Now there was a famine in the land, besides the former famine that was in the days of Abraham. And Isaac went to Gerar to Abimelech king of the Philistines. And the Lord appeared to him and said, “Do not go down to Egypt; dwell in the land of which I shall tell you. Sojourn in this land, and I will be with you and will bless you, for to you and to your offspring I will give all these lands, and I will establish the oath that I swore to Abraham your father. I will multiply your offspring as the stars of heaven and will give to your offspring all these lands. And in your offspring all the nations of the earth shall be blessed, because Abraham obeyed my voice and kept my charge, my commandments, my statutes, and my laws.”Isaac prospered in the land to which God had sent him. So much so, it bothered the Philistines...again. I have to think that these Philistines knew who Isaac was, or whose he was, by the mentioning of Abraham's wells being stopped up by them. Wells, back in the day, were a claim, of sorts, on a parcel of land. By their filling up these wells, the Philistines were disregarding any claim that could be placed on the land.
And Isaac sowed in that land and reaped in the same year a hundredfold. The Lord blessed him, and the man became rich, and gained more and more until he became very wealthy. He had possessions of flocks and herds and many servants, so that the Philistines envied him. (Now the Philistines had stopped and filled with earth all the wells that his father's servants had dug in the days of Abraham his father.) And Abimelech said to Isaac, “Go away from us, for you are much mightier than we.”
So Isaac departed from there and encamped in the Valley of Gerar and settled there. And Isaac dug again the wells of water that had been dug in the days of Abraham his father, which the Philistines had stopped after the death of Abraham. And he gave them the names that his father had given them. But when Isaac's servants dug in the valley and found there a well of spring water, the herdsmen of Gerar quarreled with Isaac's herdsmen, saying, “The water is ours.” So he called the name of the well Esek, because they contended with him. Then they dug another well, and they quarreled over that also, so he called its name Sitnah. And he moved from there and dug another well, and they did not quarrel over it. So he called its name Rehoboth, saying, “For now the Lord has made room for us, and we shall be fruitful in the land.”
From there he went up to Beersheba. And the Lord appeared to him the same night and said, “I am the God of Abraham your father. Fear not, for I am with you and will bless you and multiply your offspring for my servant Abraham's sake.” So he built an altar there and called upon the name of the Lord and pitched his tent there. And there Isaac's servants dug a well.
Genesis 26:1-5, 12-25
These wells were also a source of life for a man and his livestock. Isaac could not dwell in a land without water. He had to dig again the well...and again...and again. He dug out the wells until there was no opposition to whom the water belonged.
Once he found a well without contention, Isaac seemed to get the confirmation he needed to know it was right to dwell and prosper in the land again. He chose a different location than that of the uncontested well, however. He went to Beersheba. Interesting enough, once there, the first act was that of building an altar in praise to God. Secondly, he pitched his tent. Then, a well was dug.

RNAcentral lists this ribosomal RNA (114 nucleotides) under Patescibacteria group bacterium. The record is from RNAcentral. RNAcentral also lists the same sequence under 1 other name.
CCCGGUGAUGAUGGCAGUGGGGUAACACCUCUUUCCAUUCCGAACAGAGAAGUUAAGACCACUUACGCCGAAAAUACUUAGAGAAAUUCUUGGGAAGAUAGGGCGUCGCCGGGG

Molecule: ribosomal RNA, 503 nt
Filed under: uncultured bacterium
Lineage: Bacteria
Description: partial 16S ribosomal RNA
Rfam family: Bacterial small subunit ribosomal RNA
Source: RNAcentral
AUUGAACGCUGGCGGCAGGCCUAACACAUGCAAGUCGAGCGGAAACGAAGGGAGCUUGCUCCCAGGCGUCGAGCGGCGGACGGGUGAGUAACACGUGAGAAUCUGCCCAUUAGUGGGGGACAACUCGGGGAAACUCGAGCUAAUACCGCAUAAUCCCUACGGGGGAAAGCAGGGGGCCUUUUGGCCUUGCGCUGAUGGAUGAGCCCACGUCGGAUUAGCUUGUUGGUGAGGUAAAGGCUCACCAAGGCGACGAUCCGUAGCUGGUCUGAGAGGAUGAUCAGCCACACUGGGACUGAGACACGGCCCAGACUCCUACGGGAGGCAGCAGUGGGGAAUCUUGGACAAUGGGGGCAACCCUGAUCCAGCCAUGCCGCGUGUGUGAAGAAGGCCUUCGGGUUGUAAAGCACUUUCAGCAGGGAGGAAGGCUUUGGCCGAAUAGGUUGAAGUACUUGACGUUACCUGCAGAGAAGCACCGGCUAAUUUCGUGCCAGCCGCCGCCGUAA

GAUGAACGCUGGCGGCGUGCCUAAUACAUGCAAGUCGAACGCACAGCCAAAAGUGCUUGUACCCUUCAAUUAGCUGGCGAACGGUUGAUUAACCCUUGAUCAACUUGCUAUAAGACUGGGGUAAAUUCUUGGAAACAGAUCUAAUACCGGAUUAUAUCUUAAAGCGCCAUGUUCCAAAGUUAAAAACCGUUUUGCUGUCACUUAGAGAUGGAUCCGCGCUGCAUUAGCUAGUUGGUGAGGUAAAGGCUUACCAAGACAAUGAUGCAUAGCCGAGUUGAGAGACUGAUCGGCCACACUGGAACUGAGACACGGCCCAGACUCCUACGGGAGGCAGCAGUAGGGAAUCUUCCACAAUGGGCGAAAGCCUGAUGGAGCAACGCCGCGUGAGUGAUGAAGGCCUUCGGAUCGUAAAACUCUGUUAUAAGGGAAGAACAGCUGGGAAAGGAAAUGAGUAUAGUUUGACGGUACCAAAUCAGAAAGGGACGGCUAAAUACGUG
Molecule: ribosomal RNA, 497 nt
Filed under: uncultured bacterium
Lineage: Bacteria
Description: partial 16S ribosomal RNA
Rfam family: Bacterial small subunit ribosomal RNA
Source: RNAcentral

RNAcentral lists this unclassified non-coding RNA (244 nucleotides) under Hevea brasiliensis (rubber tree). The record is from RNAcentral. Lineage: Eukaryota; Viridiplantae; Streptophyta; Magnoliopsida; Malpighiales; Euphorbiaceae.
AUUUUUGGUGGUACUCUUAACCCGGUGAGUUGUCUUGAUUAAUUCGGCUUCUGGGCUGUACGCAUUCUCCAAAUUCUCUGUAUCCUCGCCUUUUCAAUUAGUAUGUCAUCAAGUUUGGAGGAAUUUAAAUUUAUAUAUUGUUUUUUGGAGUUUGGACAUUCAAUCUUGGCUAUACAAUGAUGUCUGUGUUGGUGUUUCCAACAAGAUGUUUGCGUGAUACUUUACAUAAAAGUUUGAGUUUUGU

The thing that kept Isaac searching, became the last thing established.
The water came...eventually.
This is for anyone who feels as if their life is like a well that has been stopped up and filled with dirt.
If the life you relied upon to give you a sense of what is normal and routine has been replaced by foreign things that simply fill up and take away space once belonging to other treasured things...I totally get where you are.
I also know that it will get better if you just hold on a little while longer. God knows where you are and He cares about you. He loves you too much to leave you where you are.
But, it will take some time and, perhaps, some work. Isaac (or, rather, his servants) had to dig again many a well before they could benefit from the water held within.
What dirt has filled your wells....poverty? sickness? disappointment? loneliness? injury? sin?
Nowhere is it stated that a life centered around God will be free of some sort of pain or inconvenience now and then. At times, we are sent searching for a new well due to our own sinful choices. Other times, we must dig a new well because of circumstances not of our own doing. Either way, we must dig in and hold on to the promises that God gave us before our wells were stopped up.
If we confess our sins, he is faithful and just to forgive us our sins,
and to cleanse us from all unrighteousness.
1 John 1:9
Be strong and courageous; don’t be terrified or afraid of them.
For it is the Lord your God who goes with you;
He will not leave you or forsake you.
Do not fear, for I am with you; do not be afraid, for I am your God.In response to God's goodness to me in my life...His forgiveness, His goodness, His healing power...let me be the first to give Him glory as I dig again the wells that have previously been filled with things not comfortable, not welcome, not holy. I am looking forward to what is ahead with a freshness that must be like what that water in the new well in Beersheba was for Isaac.
I will strengthen you; I will help you;
I will hold on to you with My righteous right hand.
God is God and He is good...no matter what!